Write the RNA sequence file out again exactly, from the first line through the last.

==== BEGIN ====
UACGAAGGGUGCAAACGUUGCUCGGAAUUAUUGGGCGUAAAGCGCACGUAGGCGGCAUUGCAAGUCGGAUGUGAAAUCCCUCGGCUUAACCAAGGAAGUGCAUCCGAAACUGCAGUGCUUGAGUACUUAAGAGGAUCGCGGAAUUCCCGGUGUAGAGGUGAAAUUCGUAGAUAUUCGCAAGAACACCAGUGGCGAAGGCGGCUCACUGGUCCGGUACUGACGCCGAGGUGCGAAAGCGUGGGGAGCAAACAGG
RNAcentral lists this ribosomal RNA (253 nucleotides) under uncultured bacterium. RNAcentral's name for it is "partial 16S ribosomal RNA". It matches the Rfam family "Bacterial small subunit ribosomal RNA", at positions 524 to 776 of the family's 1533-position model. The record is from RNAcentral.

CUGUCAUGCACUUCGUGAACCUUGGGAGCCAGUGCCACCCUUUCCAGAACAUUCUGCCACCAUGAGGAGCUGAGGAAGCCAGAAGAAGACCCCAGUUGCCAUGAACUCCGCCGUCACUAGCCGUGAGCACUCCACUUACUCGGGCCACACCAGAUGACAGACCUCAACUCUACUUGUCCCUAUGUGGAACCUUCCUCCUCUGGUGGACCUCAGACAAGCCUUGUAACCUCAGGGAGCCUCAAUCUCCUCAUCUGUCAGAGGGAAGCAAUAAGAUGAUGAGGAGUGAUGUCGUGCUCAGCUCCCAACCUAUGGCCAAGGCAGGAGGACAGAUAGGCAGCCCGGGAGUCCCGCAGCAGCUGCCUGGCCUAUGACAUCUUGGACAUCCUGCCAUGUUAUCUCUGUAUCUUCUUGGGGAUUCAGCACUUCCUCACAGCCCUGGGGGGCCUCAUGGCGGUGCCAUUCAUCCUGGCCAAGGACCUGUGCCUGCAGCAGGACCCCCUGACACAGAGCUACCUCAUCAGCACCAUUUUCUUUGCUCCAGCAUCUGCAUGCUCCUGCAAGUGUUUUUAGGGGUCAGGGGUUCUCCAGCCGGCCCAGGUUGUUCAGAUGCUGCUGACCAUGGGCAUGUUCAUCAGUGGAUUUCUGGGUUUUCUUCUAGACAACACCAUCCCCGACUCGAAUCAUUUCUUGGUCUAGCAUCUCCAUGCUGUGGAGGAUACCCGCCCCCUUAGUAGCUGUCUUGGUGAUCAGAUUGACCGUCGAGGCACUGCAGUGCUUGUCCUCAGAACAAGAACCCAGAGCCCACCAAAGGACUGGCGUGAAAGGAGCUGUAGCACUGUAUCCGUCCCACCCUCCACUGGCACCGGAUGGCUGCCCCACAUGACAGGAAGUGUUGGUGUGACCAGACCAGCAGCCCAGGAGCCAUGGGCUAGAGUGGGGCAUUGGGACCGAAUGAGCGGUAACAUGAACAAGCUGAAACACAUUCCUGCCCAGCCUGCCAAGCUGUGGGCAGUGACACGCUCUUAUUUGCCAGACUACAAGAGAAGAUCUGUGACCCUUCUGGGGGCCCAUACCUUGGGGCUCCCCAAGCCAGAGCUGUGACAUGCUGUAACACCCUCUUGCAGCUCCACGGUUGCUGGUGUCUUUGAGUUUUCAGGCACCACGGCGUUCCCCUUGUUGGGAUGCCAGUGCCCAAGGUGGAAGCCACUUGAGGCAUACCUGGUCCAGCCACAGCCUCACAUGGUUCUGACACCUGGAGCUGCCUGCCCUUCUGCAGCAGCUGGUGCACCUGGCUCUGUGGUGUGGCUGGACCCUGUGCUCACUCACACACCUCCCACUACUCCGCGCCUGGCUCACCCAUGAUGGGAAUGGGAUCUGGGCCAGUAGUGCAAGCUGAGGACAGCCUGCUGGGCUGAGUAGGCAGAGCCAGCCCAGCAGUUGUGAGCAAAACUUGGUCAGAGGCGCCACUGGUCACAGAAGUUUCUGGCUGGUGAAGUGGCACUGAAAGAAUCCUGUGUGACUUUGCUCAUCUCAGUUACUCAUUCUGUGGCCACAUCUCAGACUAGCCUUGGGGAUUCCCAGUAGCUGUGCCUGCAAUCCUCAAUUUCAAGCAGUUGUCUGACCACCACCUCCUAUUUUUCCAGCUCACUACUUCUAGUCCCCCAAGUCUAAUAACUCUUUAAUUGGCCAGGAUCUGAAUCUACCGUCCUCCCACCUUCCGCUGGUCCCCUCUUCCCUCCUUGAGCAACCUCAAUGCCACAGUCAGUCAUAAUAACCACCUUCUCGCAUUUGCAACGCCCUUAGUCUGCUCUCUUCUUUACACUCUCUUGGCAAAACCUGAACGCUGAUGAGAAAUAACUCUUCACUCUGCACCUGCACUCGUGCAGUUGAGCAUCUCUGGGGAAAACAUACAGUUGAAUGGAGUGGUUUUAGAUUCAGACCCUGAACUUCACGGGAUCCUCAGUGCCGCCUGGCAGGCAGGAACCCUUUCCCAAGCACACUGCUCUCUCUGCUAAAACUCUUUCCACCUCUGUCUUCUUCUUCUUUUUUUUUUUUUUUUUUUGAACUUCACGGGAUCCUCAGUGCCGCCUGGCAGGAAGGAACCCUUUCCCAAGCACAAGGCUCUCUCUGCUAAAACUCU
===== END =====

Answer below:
UACGAAGGGUGCAAACGUUGCUCGGAAUUAUUGGGCGUAAAGCGCACGUAGGCGGCAUUGCAAGUCGGAUGUGAAAUCCCUCGGCUUAACCAAGGAAGUGCAUCCGAAACUGCAGUGCUUGAGUACUUAAGAGGAUCGCGGAAUUCCCGGUGUAGAGGUGAAAUUCGUAGAUAUUCGCAAGAACACCAGUGGCGAAGGCGGCUCACUGGUCCGGUACUGACGCCGAGGUGCGAAAGCGUGGGGAGCAAACAGG
RNAcentral lists this ribosomal RNA (253 nucleotides) under uncultured bacterium. RNAcentral's name for it is "partial 16S ribosomal RNA". It matches the Rfam family "Bacterial small subunit ribosomal RNA", at positions 524 to 776 of the family's 1533-position model. The record is from RNAcentral.

CUGUCAUGCACUUCGUGAACCUUGGGAGCCAGUGCCACCCUUUCCAGAACAUUCUGCCACCAUGAGGAGCUGAGGAAGCCAGAAGAAGACCCCAGUUGCCAUGAACUCCGCCGUCACUAGCCGUGAGCACUCCACUUACUCGGGCCACACCAGAUGACAGACCUCAACUCUACUUGUCCCUAUGUGGAACCUUCCUCCUCUGGUGGACCUCAGACAAGCCUUGUAACCUCAGGGAGCCUCAAUCUCCUCAUCUGUCAGAGGGAAGCAAUAAGAUGAUGAGGAGUGAUGUCGUGCUCAGCUCCCAACCUAUGGCCAAGGCAGGAGGACAGAUAGGCAGCCCGGGAGUCCCGCAGCAGCUGCCUGGCCUAUGACAUCUUGGACAUCCUGCCAUGUUAUCUCUGUAUCUUCUUGGGGAUUCAGCACUUCCUCACAGCCCUGGGGGGCCUCAUGGCGGUGCCAUUCAUCCUGGCCAAGGACCUGUGCCUGCAGCAGGACCCCCUGACACAGAGCUACCUCAUCAGCACCAUUUUCUUUGCUCCAGCAUCUGCAUGCUCCUGCAAGUGUUUUUAGGGGUCAGGGGUUCUCCAGCCGGCCCAGGUUGUUCAGAUGCUGCUGACCAUGGGCAUGUUCAUCAGUGGAUUUCUGGGUUUUCUUCUAGACAACACCAUCCCCGACUCGAAUCAUUUCUUGGUCUAGCAUCUCCAUGCUGUGGAGGAUACCCGCCCCCUUAGUAGCUGUCUUGGUGAUCAGAUUGACCGUCGAGGCACUGCAGUGCUUGUCCUCAGAACAAGAACCCAGAGCCCACCAAAGGACUGGCGUGAAAGGAGCUGUAGCACUGUAUCCGUCCCACCCUCCACUGGCACCGGAUGGCUGCCCCACAUGACAGGAAGUGUUGGUGUGACCAGACCAGCAGCCCAGGAGCCAUGGGCUAGAGUGGGGCAUUGGGACCGAAUGAGCGGUAACAUGAACAAGCUGAAACACAUUCCUGCCCAGCCUGCCAAGCUGUGGGCAGUGACACGCUCUUAUUUGCCAGACUACAAGAGAAGAUCUGUGACCCUUCUGGGGGCCCAUACCUUGGGGCUCCCCAAGCCAGAGCUGUGACAUGCUGUAACACCCUCUUGCAGCUCCACGGUUGCUGGUGUCUUUGAGUUUUCAGGCACCACGGCGUUCCCCUUGUUGGGAUGCCAGUGCCCAAGGUGGAAGCCACUUGAGGCAUACCUGGUCCAGCCACAGCCUCACAUGGUUCUGACACCUGGAGCUGCCUGCCCUUCUGCAGCAGCUGGUGCACCUGGCUCUGUGGUGUGGCUGGACCCUGUGCUCACUCACACACCUCCCACUACUCCGCGCCUGGCUCACCCAUGAUGGGAAUGGGAUCUGGGCCAGUAGUGCAAGCUGAGGACAGCCUGCUGGGCUGAGUAGGCAGAGCCAGCCCAGCAGUUGUGAGCAAAACUUGGUCAGAGGCGCCACUGGUCACAGAAGUUUCUGGCUGGUGAAGUGGCACUGAAAGAAUCCUGUGUGACUUUGCUCAUCUCAGUUACUCAUUCUGUGGCCACAUCUCAGACUAGCCUUGGGGAUUCCCAGUAGCUGUGCCUGCAAUCCUCAAUUUCAAGCAGUUGUCUGACCACCACCUCCUAUUUUUCCAGCUCACUACUUCUAGUCCCCCAAGUCUAAUAACUCUUUAAUUGGCCAGGAUCUGAAUCUACCGUCCUCCCACCUUCCGCUGGUCCCCUCUUCCCUCCUUGAGCAACCUCAAUGCCACAGUCAGUCAUAAUAACCACCUUCUCGCAUUUGCAACGCCCUUAGUCUGCUCUCUUCUUUACACUCUCUUGGCAAAACCUGAACGCUGAUGAGAAAUAACUCUUCACUCUGCACCUGCACUCGUGCAGUUGAGCAUCUCUGGGGAAAACAUACAGUUGAAUGGAGUGGUUUUAGAUUCAGACCCUGAACUUCACGGGAUCCUCAGUGCCGCCUGGCAGGCAGGAACCCUUUCCCAAGCACACUGCUCUCUCUGCUAAAACUCUUUCCACCUCUGUCUUCUUCUUCUUUUUUUUUUUUUUUUUUUGAACUUCACGGGAUCCUCAGUGCCGCCUGGCAGGAAGGAACCCUUUCCCAAGCACAAGGCUCUCUCUGCUAAAACUCU